What Kind Of Team Are You?

By Tiffany Chepul

dateSun, Jan 17, 2016 @ 12:00 PM

As Rhythm teams embark on the journey of building a High Performance Team, a logical first step is to iStock_000068561271_Medium_1.jpgidentify your starting point. Where do you and your team fall on the spectrum as of today?

To figure it out, consider the framework of Stephen Covey’s Maturity Continuum from the 7 Habits of Highly Effective People. Also, think about how your team employs Rhythm’s Think Plan Do methodology.

Read these descriptions and try to identify your team:

Dependent Team 

A Dependent Team needs other people to get what they want. They are highly dependent on their manager for direction and training. Unfortunately, this team is usually micromanaged and might even be fearful and mistrusting of each other and their manager. People on these teams are frustrated and might even say things like “My job stinks” or “It’s a paycheck.” A Dependent Team might be this way because of the manager, or because the people on the team aren’t owning their own career paths.

Dependent Teams likely struggle with Plan and Do habits in Rhythm. They may not have a Quarterly Planning session or the manager might just assign priorities to everyone. Their Weekly Meetings either don’t happen or are just the manager having weekly one-on-ones. Weekly discussions center mostly around status and not around adjustments or solutions. Sometimes, people are scared to status Yellow or Red on anything. They also are not connected to the Company's strategic foundation. They might struggle to tell you the company's Core Values, Core Purpose, BHAG, etc.

Team of Independent A Players

Teams of Independent A Players can usually get what they want through their own effort. Team members are strong and get results. People generally like to work with A Players. They can achieve great individual success, but there is rarely a "team" win. The language they use is more like "I'm great" and "Look what I did." Sometimes they even can go so far as to hope for the downfall of others - as long as they are performing well (or better than everyone else) on their own, they're happy.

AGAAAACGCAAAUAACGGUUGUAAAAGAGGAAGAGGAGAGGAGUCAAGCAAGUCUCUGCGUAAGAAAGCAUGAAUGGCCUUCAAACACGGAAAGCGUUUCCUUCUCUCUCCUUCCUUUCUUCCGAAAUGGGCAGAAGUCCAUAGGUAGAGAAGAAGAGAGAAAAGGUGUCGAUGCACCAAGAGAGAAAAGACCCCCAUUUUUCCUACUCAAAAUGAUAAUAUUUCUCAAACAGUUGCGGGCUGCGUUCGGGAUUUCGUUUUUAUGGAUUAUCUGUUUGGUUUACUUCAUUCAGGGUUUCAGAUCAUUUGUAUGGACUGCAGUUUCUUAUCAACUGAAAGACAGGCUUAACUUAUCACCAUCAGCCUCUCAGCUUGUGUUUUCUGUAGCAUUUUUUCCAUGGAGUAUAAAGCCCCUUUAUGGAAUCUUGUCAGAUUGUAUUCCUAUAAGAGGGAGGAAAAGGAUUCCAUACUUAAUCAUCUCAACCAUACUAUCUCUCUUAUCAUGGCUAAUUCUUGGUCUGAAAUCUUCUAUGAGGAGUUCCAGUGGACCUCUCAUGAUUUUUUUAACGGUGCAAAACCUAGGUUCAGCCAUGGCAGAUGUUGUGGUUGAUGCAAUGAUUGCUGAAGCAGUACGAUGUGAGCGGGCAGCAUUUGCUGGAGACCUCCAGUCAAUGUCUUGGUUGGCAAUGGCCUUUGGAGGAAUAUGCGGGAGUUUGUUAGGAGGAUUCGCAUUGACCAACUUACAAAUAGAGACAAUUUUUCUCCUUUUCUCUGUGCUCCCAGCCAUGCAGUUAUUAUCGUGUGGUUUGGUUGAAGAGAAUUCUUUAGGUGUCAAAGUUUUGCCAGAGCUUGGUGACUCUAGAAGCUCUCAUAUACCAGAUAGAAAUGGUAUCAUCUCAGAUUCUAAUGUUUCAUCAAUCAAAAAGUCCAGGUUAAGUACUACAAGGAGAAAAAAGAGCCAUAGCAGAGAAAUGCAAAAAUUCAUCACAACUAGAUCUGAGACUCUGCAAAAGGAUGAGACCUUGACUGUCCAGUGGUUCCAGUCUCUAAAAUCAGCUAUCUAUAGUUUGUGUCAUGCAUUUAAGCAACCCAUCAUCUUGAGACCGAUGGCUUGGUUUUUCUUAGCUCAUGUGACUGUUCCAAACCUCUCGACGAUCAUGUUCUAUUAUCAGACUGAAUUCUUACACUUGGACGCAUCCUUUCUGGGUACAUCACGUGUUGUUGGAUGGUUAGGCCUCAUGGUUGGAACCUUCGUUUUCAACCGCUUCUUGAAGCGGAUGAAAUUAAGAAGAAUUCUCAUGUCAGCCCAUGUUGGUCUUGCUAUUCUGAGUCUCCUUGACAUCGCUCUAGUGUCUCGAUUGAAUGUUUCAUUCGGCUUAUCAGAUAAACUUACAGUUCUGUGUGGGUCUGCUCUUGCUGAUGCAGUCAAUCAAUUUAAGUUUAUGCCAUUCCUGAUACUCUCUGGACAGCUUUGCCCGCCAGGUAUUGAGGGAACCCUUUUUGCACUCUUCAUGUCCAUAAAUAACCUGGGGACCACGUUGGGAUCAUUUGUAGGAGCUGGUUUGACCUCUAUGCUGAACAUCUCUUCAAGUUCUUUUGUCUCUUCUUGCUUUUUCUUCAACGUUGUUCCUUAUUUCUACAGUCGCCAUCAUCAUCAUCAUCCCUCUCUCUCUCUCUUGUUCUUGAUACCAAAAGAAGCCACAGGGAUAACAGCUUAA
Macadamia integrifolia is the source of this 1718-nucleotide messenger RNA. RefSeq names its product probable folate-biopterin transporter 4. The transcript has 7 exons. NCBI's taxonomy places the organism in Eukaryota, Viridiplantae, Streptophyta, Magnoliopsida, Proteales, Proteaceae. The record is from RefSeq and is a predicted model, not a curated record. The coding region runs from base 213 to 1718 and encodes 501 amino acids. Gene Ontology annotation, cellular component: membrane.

These teams usually have some strong Plan and Do habits, but don't quite get it over the goal line. They are probably having a quarterly planning session and weekly meetings. However, priorities might not be aligned to represent a coordinated effort. How KPIs are measured might not be standardized either - everyone might be out to make themselves look the best. There might be some gaming of the system going on because of competition. They also probably aren't looking at each other's priorities, commenting and collaborating or helping each other with stucks. They are probably aware of the company's strategic foundation, but might not be living it, or understanding how their priorities support the long-term strategy.

Interdependent A Team

An Interdependent A Team has moved beyond being a Team of Independent A Players. Team members have come to the realization that in order to achieve greater results, they need to move past what they can do alone. Their language has changed from "I" to "we" and they are saying things like "We can do it!" and "Look what we did!" They are truly combining their own efforts with the efforts of others to achieve greater success.

Plan and Do habits are strong with these teams. Planning sessions are collaborative and everyone is working toward a common goal. Company/Group priorities have strong buy-in and everyone understands their role in supporting them. KPIs are standardized and they face the brutal facts together. Everyone is comfortable statusing Yellow/Red because they know it will prompt good discussion at their weekly meeting. They look at each other's priorities and comments between weekly meetings and help each other get unstuck. They are more connected to the strategic foundation of the company, and they understand their team's role in achieving the long-term strategy. A possible pitfall, however, is that this team could be operating in a silo, separate from the rest of the organization.

Company of Interdependent A Teams

A Company of Interdependent A Teams is the pinnacle of high performance teams development! This is the culmination of all the Interdependent A Teams working together. No team tries to outshine each other. They lift each other up, support each other and realize they can do more together

They have strong Think, Plan and Do rhythms. Planning is happening at the Company level and with all the Groups. After planning is complete, the teams are getting back together to share plans across departments. They are resolving conflicts for resources and having healthy discussions around each group's plan before execution begins. They look at comments on other team's dashboards regularly and offer help.  

A Company of Interdependent Teams is deeply connected to the strategic foundation. Everyone can tell you Core Values, Purpose, BHAG, etc. off the top of their head. People from different departments are working together on Think Rhythms. For example, a Think Rhythm to work on your Brand Promise might include someone from Sales, Delivery, Customer Advocacy, Marketing, Finance and the Exec Team.


So, did you see your team described somewhere above? The first step is admitting it - the second is to take action! Discuss with your team what you can do to take the next step toward becoming a Company of Interdependent A Teams.

Download Free Middle-Market
CEO Playbook for Success

Photo Credit: iStock Photo by Getty Images 

Tiffany Chepul


Photo Credit: iStock by Getty Images